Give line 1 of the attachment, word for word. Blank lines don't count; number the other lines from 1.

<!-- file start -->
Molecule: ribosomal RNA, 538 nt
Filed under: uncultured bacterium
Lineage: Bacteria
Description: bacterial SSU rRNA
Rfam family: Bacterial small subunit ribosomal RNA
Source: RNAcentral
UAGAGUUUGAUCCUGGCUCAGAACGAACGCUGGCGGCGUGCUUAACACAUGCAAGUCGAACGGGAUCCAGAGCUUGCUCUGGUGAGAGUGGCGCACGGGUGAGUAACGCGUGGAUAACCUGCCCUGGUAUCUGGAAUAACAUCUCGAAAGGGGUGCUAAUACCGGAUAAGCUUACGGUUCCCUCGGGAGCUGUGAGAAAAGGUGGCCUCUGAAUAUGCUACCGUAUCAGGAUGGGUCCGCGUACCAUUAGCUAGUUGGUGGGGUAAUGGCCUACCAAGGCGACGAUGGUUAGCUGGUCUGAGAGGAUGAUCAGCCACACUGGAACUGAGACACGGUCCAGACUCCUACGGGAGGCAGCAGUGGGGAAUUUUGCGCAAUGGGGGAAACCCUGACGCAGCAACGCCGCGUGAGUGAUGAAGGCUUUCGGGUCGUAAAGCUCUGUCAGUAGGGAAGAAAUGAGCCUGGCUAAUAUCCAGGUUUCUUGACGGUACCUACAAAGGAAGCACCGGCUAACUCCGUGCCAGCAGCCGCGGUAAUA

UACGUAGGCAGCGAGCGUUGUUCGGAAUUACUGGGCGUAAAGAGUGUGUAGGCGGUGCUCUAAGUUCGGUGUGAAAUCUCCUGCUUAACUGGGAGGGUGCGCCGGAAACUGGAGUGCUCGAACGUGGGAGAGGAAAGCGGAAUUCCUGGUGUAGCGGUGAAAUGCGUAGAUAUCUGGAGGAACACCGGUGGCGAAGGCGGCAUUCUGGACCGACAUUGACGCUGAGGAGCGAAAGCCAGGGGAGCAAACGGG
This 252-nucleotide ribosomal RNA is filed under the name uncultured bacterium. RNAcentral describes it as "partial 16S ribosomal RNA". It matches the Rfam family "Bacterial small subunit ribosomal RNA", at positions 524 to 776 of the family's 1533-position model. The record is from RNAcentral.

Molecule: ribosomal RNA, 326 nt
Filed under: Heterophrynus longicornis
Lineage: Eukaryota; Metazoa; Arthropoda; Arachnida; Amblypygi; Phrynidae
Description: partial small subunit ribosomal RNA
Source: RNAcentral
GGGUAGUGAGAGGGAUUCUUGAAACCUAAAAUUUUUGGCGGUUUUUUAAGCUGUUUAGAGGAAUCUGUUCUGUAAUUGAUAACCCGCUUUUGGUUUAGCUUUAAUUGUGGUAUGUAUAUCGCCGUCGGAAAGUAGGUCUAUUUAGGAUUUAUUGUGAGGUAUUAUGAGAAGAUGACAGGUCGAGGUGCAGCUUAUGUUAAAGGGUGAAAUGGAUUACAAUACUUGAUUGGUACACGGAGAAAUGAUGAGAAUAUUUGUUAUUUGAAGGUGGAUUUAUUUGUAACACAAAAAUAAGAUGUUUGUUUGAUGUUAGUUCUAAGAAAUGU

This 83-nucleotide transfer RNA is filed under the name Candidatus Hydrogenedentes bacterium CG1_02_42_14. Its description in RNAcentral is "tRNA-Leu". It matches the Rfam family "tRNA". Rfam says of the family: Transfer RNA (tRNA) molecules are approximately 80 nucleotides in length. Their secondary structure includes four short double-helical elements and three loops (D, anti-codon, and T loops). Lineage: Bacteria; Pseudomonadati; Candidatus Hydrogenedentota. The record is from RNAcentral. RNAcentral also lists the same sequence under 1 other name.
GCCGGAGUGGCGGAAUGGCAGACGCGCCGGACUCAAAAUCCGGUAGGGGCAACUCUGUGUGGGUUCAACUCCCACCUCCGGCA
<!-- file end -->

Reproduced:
Molecule: ribosomal RNA, 538 nt